Why SA must integrate townships with growth centres
Municipalities need to look at long-term solutions and ensure inclusivity, resilience and productivity
In February, the finance minister highlighted in his budget speech the importance of the country’s cities in achieving inclusive and higher economic growth.
He said: "SA’s eight metros are home to 39%of our population but account for half of all employment (formal and informal) and 57% of the country’s economic output," adding that "we must take advantage of this dynamic to drive inclusive growth".
This is exactly what the Treasury, in co-operation and partnership with other government departments, is aiming to achieve. The department and the Department of Co-operative Governance recently hosted an executive leadership programme at the Gordon Institute of Business Science for eight metro municipalities (Johannesburg, Cape Town, eThekwini, Tshwane, Ekurhuleni, Nelson Mandela Bay, Buffalo City and Mangaung) and two intermediate city municipalities (Polokwane and uMhlathuze).
The focus of this programme is on methods of creating solutions to the complex challenges at the coalface of service delivery at municipalities. Municipalities need to look at long-term solutions and ensure inclusivity, resilience and productivity, but the urgency and complexity of immediate challenges makes this very difficult. The executive leadership programme has focused on addressing these challenges and equipping managers with some of the skills that will help them tackle blockages and stumbling blocks to the growth and development of their cities.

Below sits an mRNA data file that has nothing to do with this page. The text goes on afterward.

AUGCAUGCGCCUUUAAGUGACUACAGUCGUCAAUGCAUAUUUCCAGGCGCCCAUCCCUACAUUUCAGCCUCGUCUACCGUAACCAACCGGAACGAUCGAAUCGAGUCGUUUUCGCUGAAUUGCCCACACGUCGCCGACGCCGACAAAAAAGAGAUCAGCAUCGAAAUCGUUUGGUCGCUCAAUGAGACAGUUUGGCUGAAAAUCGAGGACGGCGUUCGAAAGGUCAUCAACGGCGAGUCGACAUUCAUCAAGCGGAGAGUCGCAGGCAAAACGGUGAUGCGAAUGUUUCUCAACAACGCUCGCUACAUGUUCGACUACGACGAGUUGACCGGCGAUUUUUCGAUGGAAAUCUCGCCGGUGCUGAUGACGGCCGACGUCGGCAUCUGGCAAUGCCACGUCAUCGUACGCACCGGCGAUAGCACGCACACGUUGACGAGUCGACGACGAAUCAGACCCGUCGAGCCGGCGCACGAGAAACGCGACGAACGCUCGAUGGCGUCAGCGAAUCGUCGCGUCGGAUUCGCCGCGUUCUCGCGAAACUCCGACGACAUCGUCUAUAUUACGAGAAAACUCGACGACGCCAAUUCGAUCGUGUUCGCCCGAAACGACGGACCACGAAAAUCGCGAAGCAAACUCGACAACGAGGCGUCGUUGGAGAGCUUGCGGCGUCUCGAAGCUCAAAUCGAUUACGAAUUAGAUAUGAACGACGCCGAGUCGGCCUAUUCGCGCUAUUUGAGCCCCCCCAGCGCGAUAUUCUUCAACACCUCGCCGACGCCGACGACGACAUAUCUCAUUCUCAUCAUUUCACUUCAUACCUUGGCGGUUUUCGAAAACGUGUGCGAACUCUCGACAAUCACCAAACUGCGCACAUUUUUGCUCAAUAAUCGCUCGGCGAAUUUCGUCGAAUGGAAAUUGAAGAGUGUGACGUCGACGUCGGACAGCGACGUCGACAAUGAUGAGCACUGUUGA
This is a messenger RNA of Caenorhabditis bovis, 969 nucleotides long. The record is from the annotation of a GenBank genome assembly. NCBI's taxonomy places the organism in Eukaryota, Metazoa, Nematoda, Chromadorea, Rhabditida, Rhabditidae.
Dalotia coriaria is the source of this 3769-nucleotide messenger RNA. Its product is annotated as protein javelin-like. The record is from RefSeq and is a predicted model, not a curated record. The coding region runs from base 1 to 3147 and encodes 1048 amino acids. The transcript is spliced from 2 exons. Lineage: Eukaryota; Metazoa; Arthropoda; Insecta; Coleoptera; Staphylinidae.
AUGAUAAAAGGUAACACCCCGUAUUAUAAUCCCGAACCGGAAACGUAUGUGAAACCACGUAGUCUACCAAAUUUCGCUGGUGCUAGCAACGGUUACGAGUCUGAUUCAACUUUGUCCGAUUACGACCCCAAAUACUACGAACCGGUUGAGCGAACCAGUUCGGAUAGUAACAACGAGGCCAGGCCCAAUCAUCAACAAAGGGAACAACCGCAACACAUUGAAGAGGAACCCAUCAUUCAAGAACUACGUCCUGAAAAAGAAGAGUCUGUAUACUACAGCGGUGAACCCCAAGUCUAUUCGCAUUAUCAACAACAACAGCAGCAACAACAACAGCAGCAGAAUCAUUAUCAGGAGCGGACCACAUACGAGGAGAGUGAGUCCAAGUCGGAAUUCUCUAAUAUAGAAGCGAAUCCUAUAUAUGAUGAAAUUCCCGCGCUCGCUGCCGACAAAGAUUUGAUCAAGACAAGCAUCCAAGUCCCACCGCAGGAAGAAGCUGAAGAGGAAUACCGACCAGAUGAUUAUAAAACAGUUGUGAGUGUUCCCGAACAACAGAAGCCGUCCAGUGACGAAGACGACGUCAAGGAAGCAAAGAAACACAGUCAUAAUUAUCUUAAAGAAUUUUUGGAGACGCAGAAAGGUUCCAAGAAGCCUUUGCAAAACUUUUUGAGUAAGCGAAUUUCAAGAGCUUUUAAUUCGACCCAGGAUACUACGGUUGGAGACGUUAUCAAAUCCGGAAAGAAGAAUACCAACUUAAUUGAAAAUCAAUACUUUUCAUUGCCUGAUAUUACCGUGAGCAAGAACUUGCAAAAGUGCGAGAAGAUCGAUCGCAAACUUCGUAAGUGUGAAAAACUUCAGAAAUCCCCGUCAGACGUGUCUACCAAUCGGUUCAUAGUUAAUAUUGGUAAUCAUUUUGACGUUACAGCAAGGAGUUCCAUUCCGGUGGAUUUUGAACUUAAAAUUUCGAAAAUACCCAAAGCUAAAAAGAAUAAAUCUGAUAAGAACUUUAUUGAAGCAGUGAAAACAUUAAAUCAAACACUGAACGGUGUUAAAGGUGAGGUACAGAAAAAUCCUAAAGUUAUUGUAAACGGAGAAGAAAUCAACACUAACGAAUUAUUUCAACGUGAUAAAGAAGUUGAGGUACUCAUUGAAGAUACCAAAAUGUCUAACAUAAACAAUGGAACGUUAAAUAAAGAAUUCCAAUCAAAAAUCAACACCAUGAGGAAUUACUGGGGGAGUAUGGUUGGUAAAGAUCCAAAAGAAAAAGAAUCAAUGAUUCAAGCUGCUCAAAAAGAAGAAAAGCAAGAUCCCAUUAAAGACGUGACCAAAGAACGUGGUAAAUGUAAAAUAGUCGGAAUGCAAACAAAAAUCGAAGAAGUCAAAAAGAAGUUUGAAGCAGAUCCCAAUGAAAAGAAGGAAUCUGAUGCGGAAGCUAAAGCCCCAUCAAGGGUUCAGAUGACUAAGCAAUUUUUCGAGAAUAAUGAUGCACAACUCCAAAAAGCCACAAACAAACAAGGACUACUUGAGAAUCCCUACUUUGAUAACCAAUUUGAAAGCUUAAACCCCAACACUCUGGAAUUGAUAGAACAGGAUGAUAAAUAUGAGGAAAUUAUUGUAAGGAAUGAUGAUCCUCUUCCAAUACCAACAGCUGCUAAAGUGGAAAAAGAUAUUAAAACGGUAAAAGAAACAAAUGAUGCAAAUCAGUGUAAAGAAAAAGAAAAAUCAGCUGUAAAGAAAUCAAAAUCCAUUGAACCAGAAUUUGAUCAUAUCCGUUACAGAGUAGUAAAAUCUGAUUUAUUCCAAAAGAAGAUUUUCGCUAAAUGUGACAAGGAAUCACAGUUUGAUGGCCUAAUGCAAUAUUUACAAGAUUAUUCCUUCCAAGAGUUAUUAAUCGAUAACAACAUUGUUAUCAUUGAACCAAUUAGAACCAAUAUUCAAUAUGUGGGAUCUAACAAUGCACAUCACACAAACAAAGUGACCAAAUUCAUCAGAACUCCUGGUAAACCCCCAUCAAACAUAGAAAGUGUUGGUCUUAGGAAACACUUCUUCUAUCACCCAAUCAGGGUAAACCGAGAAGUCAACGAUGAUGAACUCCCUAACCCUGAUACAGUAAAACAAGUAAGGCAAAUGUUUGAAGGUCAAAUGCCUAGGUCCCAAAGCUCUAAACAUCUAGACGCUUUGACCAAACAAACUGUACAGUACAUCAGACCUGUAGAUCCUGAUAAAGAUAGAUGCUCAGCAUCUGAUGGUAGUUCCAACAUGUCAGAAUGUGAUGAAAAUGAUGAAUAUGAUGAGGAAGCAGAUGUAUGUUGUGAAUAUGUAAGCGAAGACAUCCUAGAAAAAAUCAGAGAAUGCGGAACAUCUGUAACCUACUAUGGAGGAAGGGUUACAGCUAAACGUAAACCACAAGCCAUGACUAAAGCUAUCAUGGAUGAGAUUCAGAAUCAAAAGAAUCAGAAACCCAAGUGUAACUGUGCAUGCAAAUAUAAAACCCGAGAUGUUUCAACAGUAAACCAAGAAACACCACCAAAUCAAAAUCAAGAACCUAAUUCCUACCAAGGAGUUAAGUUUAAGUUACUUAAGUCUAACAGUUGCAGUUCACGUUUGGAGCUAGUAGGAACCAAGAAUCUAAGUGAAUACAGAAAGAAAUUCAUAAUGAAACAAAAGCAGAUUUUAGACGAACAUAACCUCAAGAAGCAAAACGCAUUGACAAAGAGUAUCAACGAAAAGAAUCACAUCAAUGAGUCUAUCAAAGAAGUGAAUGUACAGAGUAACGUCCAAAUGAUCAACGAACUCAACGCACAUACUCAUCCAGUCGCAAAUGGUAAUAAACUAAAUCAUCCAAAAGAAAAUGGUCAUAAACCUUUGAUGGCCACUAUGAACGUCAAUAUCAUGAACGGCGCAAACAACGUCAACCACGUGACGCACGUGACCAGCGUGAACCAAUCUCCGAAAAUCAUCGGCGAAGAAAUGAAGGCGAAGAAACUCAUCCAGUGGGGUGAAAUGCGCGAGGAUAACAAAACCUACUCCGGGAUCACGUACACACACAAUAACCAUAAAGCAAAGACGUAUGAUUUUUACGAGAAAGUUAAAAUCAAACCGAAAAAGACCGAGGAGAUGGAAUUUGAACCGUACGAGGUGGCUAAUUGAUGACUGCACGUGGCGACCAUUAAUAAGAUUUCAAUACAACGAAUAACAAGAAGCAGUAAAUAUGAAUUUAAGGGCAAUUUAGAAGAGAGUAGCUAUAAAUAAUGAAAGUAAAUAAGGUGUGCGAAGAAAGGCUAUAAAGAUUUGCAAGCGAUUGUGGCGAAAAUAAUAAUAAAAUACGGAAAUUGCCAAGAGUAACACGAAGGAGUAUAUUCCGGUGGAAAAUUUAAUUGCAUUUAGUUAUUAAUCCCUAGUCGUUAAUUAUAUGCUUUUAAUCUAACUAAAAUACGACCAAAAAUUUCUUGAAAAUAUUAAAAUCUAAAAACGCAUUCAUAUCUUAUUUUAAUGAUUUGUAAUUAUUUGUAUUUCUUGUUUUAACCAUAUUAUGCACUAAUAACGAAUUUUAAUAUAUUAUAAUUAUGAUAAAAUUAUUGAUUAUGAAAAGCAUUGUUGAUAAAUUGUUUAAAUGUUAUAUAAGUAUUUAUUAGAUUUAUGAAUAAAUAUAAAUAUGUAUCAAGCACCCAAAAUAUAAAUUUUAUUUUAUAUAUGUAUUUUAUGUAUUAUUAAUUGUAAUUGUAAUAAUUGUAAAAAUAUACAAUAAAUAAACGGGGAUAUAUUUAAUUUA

Cities are not identical to metros. The metropolitan areas of Tshwane, eThekwini, Nelson Mandela Bay, Buffalo City and Mangaung are responsible for large rural areas as well as cities. This data is provided for local government jurisdiction and therefore underrepresents the significance of cities’ contribution to inclusive economic growth.
Together, metropolitan municipalities account for a mere 2% of SA’s land area but accommodate 39% of the South African population; 42% of the national labour force (those aged between 15 and 64), 50% of employment and generate 57% of SA’s economic output (gross value added).
In addition, the economies of our metros have been growing significantly faster than the rest of the country. Between 2011 and 2016 metro economies grew by 11.1% (2.1% per year), while all other areas combined managed to grow only 4.6% (0.9% per year).
We must remember that cities are centres of social, cultural and economic innovation precisely because they allow people to interact. Large, dense urban areas provide the economies of agglomeration that lead to the emergence of new ideas and technologies, and new ways to do business.
All over the world young people migrate to cities to find these opportunities.
However, in SA if you are poor and black you remain excluded from this process.
This is also something the government as a whole is giving attention to by implementing policies that are aimed at emancipating previously disadvantaged citizens.